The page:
Blockchain strategy of the German government: Blockchain to be tested as evidence
On 18.09.2019, the German government published the announced strategy paper on the use of blockchain technology [German]. The agenda focuses on
- how and when the public administration can pilot new digital use-cases;
- how, in the financial sector, the way can be paved for electronic securities and payment services without circumventing the primacy and stability of the euro;
- how blockchain-based applications can be implemented in the energy industry; and
- how the technology can be implemented in an ecologically sustainable way, i.e. how energy consumption in so-called mining – the calculation and publication of transactions on the blockchain – can be reduced or neutralised.
1.Use-cases outside state infrastructure
For the international economy outside the financial sector, it is particularly interesting that the German government wants to support the standardization of blockchain technology at the European level in order to create interfaces and increase investment security.
The Federal Government refers to the cooperation with the German Institute for Standardization (DIN) and various ISO working groups in ISO/TC 307 “Blockchain and distributed ledger technologies” on topics such as interoperability, IT security and “Smart Contracts and their application” for the verification of contracting parties and the enforcement of smart contracts. A working group of the European Telecommunications Standards Institute (ETSI) is also working on the subject.
From the point of view of the Federal Government, one possible area of application is, in particular, increasing transparency, efficiency and security along value chains. Here, blockchain technology is intended to enable smart contract design in company cooperation and process data transfer. The Federal Government therefore announces that it will evaluate how blockchain applications can facilitate sustainable consumption decisions through transparent, complete and trustworthy information along the supply chain and contribute to safety, e.g. in the food chain.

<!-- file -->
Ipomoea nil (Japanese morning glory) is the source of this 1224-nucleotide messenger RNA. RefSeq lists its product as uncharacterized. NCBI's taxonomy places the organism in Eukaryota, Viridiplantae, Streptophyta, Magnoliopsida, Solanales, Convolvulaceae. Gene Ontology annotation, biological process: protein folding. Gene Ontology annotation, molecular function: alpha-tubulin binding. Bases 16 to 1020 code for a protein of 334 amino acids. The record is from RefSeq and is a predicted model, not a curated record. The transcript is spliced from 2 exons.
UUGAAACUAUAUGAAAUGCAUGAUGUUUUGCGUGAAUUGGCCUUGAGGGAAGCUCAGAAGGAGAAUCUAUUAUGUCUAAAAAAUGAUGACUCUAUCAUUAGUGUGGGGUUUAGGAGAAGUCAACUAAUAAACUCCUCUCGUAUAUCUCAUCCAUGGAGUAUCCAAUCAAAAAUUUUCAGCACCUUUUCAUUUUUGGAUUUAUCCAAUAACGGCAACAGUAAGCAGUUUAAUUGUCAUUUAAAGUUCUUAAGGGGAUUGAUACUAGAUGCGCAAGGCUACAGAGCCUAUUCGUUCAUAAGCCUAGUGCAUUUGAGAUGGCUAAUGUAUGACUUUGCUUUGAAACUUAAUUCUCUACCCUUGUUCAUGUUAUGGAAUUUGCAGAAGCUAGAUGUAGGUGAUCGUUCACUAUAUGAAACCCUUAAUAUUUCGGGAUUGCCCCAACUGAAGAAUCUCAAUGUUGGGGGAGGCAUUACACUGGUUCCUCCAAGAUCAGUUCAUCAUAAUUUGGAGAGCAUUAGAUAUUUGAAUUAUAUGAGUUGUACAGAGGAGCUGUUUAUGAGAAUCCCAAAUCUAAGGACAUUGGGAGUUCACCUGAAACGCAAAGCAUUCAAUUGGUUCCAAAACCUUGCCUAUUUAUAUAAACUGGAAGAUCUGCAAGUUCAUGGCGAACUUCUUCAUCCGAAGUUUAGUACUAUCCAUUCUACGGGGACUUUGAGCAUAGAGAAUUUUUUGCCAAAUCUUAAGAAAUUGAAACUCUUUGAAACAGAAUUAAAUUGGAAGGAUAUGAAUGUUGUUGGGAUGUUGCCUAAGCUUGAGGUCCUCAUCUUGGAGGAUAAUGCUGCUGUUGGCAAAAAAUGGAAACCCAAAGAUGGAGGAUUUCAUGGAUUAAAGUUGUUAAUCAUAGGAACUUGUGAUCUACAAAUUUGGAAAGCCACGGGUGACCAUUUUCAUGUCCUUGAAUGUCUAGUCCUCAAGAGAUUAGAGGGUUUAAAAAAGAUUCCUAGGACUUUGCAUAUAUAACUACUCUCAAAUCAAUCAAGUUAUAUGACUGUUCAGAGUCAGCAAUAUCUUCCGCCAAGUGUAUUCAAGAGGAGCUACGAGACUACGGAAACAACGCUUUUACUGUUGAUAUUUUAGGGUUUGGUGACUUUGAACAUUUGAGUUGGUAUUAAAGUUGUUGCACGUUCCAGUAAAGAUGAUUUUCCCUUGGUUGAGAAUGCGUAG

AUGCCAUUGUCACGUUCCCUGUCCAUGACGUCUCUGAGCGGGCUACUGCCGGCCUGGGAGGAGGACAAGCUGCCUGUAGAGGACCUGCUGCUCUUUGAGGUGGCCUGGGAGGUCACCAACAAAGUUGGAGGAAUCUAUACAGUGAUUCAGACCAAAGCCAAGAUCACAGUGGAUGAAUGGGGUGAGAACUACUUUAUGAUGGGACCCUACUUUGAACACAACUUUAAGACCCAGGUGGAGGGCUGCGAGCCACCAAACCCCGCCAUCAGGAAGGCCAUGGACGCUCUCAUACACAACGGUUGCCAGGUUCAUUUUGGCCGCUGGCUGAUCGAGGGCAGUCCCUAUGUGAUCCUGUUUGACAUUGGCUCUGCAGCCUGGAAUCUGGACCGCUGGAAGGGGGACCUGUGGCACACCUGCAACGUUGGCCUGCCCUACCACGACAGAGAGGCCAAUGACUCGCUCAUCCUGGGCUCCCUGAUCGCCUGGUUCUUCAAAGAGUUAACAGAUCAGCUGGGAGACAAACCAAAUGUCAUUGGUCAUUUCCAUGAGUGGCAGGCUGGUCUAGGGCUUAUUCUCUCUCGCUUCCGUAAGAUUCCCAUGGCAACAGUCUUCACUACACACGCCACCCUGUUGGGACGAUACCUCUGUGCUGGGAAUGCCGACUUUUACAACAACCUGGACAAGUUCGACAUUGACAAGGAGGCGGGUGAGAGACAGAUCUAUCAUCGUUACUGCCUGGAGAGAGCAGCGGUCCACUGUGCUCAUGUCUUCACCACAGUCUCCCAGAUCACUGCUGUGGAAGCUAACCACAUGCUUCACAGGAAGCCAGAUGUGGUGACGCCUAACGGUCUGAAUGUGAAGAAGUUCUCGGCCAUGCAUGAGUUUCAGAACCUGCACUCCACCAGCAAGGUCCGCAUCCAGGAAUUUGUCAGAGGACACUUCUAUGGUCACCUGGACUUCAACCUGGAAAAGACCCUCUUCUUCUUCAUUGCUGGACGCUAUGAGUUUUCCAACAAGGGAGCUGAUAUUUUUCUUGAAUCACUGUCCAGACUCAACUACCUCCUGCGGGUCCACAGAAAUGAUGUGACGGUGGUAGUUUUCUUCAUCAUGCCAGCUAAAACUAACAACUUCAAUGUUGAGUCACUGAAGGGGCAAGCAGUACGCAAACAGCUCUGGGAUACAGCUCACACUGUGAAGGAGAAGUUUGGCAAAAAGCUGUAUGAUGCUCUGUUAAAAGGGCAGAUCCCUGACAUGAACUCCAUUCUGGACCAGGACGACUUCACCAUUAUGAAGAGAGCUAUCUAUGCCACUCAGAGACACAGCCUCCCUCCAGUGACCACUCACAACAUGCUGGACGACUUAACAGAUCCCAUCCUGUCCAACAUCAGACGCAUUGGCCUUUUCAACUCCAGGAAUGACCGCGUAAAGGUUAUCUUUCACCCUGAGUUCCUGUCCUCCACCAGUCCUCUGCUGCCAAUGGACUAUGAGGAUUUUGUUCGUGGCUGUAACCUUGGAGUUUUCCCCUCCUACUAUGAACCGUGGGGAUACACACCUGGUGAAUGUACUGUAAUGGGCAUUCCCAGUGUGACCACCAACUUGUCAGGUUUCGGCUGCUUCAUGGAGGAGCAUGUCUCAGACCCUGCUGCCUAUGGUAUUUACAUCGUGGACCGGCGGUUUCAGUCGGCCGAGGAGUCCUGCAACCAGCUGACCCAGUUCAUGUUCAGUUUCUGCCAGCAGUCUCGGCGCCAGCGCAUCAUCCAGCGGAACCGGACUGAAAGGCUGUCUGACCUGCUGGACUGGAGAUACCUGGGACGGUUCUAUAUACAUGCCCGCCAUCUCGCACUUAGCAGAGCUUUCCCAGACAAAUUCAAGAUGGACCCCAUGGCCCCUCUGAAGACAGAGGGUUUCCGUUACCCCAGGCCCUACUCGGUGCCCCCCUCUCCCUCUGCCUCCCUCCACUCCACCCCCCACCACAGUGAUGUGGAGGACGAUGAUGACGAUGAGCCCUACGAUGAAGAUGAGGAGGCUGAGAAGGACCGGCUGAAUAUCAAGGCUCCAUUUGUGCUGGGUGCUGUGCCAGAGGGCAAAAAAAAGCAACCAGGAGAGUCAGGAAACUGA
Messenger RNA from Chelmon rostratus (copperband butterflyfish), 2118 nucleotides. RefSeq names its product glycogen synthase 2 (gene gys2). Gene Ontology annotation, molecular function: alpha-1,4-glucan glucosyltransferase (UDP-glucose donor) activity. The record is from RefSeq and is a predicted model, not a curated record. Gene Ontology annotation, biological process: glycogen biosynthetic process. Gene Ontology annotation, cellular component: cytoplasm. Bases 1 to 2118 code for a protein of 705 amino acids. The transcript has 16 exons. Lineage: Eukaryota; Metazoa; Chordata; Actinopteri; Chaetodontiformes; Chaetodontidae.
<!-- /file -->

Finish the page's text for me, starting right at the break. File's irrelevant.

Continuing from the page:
Finally, the announced examination of the interplay between blockchain technology and the requirements of the European General Data Protection Regulation (GDPR) should also be of high practical relevance for participants in commercial traffic.
2. Application in the field of procedural law
As a law firm specializing in litigation, we have noted with interest that the Federal Government also wishes to examine the use of blockchain technologies in the context of evidence.
Because of the fundamental irreversibility of data collection and the immutability of data and documents with hash values stored on the blockchain, the government is considering recognizing the technology in the production of evidence. Judicial evidence collection is expressly mentioned, so that Sec. 415 et seq. of the German Civil Procedural Code (ZPO) may soon be supplemented by the legislator.
Kim Lu and Dong Ning reported simultaneously with the publication of the German Blockchain strategy paper on Managing IP that the Chinese Internet Courts react positively to the use of Blockchain technology as evidence. Since the Supreme People’s Court of China approved “electronic data submitted by the parties concerned if collected through electronic signature, trusted timestamping, hash value verification, blockchain and other evidence collection […]” before the Internet Courts in 2018, the Internet Courts in Hangzhou, Beijing and Guangzhou have meanwhile launched their own blockchain platforms.
We are curious to see whether a similar change will take place in Germany as well. In its resolution of 03.10.2018 (P8_TA(2018)0373, para. 22), the European Parliament had already recommended the use of distributed ledger technology (DLT) in the area of patent protection.
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